This policy change was approved by a multidisciplinary committee of AAMC physicians that included representatives from hematology/oncology. Please direct any questions or comments to Suzanne Leshinskie, laboratory director, or Sanford Robbins, MD, Chief of Pathology.
The Top Workplaces are determined based solely on employee feedback. The employee survey is conducted by WorkplaceDynamics, LLP, a leading research firm on organizational health and employee engagement. WorkplaceDynamics conducts regional Top Workplaces programs with 40 major publishing partners across the United States and provides solutions, training and tools to help clients improve their workplace.
MDICS is Maryland’s largest, private hospitalist group of physicians, nurse practitioners and physician assistants dedicated to providing comprehensive, cost-effective, high-quality medical care to patients in hospitals, skilled nursing and rehabilitation centers, assisted living communities and continuing care retirement communities.
- “Everybody works as a team player; we are all part of an amazing team, sharing common goals & values.”
- “Our company’s positive atmosphere and new ideas help to improve how care is delivered.”
- “I work with great people who are progressive, efficient and enjoy their work.”
- “Observing a smile on my patient’s face gives me more joy than anything else.”
- “MDICS employs people from different races and healthcare backgrounds who can put their ideas together to deliver the very best to our patients.”
“We are extremely proud that we’ve been selected as one of The Washington Post Top Workplaces,” said Dr. Douglas Mitchell, CEO and Co-Founder of MDICS. “We value our employees and strive to attain our Core Values, which includes achieving quality metrics for healthcare systems, teamwork with our providers and clients, a willingness to accomplish what our clients request (‘Yes’ culture), and maintaining connections with our employees, providers, and valued customers.”
Click here to read the article, “Cancer Pain and Current Theory for Pain Control.”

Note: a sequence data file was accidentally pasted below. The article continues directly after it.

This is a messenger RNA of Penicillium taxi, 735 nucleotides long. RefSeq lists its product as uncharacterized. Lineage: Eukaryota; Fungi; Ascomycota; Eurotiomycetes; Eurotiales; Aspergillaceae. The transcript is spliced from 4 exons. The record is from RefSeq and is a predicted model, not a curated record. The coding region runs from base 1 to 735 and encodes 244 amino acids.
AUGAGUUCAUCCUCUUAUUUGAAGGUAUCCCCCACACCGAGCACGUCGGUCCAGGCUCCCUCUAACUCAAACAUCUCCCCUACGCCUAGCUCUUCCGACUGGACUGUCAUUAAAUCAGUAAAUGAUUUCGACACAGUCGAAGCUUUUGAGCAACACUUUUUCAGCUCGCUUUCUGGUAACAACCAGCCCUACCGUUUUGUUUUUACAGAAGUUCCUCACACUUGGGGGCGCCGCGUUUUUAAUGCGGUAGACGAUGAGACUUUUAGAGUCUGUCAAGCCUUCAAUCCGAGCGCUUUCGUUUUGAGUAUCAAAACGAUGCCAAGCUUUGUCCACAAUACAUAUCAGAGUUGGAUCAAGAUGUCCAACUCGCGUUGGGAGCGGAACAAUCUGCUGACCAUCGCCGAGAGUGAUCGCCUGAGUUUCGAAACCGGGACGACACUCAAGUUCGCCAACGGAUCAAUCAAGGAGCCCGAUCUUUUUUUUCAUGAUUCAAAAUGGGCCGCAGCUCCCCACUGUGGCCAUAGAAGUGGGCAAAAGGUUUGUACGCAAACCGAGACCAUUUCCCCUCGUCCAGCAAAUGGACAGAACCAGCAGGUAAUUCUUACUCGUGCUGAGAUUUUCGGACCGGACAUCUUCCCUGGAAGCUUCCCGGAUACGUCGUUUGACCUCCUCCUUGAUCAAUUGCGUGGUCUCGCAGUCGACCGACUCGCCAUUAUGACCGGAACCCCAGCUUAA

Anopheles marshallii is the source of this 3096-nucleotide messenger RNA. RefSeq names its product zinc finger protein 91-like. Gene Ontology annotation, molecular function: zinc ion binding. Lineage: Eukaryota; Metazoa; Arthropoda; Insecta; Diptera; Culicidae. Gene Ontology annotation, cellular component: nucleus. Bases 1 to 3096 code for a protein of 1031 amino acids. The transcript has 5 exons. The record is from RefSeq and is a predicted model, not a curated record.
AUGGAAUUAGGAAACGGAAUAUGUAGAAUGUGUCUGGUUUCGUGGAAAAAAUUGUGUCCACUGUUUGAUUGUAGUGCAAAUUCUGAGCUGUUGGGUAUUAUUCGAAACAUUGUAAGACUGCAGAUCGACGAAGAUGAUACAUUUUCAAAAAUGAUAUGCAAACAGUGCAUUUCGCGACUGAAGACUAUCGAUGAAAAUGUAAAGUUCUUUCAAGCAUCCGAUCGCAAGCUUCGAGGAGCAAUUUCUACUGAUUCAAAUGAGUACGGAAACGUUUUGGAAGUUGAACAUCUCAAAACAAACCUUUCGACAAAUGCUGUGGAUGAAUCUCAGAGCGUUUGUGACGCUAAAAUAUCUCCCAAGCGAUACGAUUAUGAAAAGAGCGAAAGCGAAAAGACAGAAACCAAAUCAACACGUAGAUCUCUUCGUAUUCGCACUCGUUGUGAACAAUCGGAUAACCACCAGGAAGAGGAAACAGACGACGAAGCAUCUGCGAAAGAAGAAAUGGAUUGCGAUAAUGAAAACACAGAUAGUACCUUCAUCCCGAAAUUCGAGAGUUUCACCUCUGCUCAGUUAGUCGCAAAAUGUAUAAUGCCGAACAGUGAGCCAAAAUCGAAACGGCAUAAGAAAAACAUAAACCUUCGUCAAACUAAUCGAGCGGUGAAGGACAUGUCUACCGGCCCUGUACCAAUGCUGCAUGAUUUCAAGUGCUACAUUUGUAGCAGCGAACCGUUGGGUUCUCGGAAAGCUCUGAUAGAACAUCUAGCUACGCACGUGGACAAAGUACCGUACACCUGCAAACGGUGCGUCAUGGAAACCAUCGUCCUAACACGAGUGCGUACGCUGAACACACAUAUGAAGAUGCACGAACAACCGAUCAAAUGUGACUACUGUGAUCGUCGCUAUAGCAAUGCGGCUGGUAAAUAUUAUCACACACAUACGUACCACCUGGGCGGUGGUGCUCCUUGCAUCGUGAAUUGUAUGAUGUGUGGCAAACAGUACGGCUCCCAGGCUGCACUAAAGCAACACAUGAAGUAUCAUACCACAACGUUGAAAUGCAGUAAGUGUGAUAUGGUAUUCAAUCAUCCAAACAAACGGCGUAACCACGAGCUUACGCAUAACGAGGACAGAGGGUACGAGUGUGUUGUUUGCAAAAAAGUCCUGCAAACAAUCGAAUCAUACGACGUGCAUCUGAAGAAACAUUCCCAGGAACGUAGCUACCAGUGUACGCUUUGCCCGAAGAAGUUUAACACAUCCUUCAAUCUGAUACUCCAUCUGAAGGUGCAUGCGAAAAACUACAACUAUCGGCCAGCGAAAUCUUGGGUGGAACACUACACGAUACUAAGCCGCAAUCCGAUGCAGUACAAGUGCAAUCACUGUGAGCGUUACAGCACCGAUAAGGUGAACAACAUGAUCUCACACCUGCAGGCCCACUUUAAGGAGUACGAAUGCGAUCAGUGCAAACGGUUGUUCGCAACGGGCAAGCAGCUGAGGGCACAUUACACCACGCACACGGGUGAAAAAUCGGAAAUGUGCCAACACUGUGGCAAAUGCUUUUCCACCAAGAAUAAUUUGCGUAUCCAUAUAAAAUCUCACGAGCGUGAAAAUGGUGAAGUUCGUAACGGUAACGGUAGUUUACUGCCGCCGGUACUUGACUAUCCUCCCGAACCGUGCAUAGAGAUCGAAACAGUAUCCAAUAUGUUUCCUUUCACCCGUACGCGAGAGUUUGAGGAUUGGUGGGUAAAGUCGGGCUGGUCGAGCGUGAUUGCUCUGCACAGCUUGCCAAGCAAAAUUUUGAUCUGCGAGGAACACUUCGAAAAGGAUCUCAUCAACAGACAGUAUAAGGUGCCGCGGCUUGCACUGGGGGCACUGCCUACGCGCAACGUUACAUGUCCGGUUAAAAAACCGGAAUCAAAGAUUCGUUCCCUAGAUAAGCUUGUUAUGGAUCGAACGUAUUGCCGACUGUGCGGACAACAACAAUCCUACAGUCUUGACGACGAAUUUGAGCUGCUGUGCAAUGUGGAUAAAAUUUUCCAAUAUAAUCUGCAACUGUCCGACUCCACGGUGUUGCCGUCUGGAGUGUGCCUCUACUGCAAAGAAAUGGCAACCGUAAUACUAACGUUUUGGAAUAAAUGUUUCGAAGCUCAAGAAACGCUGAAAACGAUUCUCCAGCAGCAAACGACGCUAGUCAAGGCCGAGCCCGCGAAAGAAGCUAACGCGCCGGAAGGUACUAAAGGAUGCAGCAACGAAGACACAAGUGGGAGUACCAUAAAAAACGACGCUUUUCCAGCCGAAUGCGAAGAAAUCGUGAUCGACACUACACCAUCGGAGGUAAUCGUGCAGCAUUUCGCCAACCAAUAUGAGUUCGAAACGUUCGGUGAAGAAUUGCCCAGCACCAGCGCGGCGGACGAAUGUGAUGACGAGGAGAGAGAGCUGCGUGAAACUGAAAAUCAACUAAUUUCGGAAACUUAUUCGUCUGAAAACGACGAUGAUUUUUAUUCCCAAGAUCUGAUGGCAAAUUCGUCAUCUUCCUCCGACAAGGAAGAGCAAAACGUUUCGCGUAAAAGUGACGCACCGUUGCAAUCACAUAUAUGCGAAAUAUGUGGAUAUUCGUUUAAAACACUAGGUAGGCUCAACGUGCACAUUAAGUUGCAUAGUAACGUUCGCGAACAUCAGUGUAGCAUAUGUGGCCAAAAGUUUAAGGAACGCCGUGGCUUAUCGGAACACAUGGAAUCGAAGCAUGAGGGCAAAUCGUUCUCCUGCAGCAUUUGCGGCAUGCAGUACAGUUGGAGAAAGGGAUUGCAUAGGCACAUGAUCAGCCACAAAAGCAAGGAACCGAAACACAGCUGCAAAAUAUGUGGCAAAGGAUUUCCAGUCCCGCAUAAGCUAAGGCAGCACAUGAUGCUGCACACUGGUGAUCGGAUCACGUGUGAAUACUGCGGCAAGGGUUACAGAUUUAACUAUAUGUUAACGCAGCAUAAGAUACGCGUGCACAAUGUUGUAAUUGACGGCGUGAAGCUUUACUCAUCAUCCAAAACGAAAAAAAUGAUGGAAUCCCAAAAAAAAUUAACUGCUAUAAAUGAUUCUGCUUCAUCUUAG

Please welcome the following new medical staff members:
- Bryan Ambro, MD – Annapolis Ear, Nose, Throat & Allergy Associates
- Clifford Andrew, MD – Private Practice, Neurology
- Susan Berger, MD – Joining Annapolis Rheumatology
- Madelaine Binner, CRNP – Joining Anne Arundel Oncology Center
- John Choi, MD – Joining Chesapeake Retina Centers
- Myra DeLuca, CNM – Joining Special Beginnings Birth and Women’s Center
- Bridgette Gourley, CRNP – AAMC Community Clinics
- Donna Greenfield, CNM – Joining Special Beginnings Birth and Women’s Center
- Cescili Hopkins, MD – Joining AAMC OB/Gyn Hospitalist Program
- Lianrui Li, CRNP – Joining AAMC Fast Care at Bowie
- Ellen McInerney, MD – Joining Maryland Inpatient Care Specialists, LLC
- Maureen O’Brien, PA-C – Joining AAMC Breast Center
- Tiffany Owens, MD – Joining Anesthesia Company, LLC
- Samir Patel, MD – Joining Anesthesia Company, LLC
- Valerie Sinady, MD – Joining AAMC Fast Care at Bowie
- Teresa Stanfill, CRNP – AAMC Community Clinics
- Sophie Thibodeau, CRNP – Joining Women Ob/Gyn, PA
“This study examines adolescent-specific practical problems associated with current practice parameters for diagnosing ADHD in order to inform recommendations for the diagnosis of ADHD in adolescents. Specifically, issues surrounding the use of selv vs. informant ratings, diagnostic threshold, and introspective reporting of childhood symptoms were addressed. (J Consult Clin Psychol, Feb 2012) Click here to read full text.
Twelve college students began an eight-week program at AAMC on June 2. Working closely with a physician or nurse leader, the interns assist with clinical research and performance improvement projects toward a goal of presentation or publication. They are also learning research tactics in a classroom setting, and will present initial outcomes of their research to their cohorts, mentors and executives. In addition to research, students “shadow” mentors in clinics, on inpatient floors and operating rooms. Mentor clinicians include: Stephen Cattaneo, MD; Raymond Hoffman, MD; Alex Katcheves, MD; Paul King, MD; Cathaleen Ley, RN; Will Maxted, MD; Barry Meisenberg, MD; Joe Moser, MD; Lorraine Tafra, MD; David Weng, MD; and Aimee Yu, MD.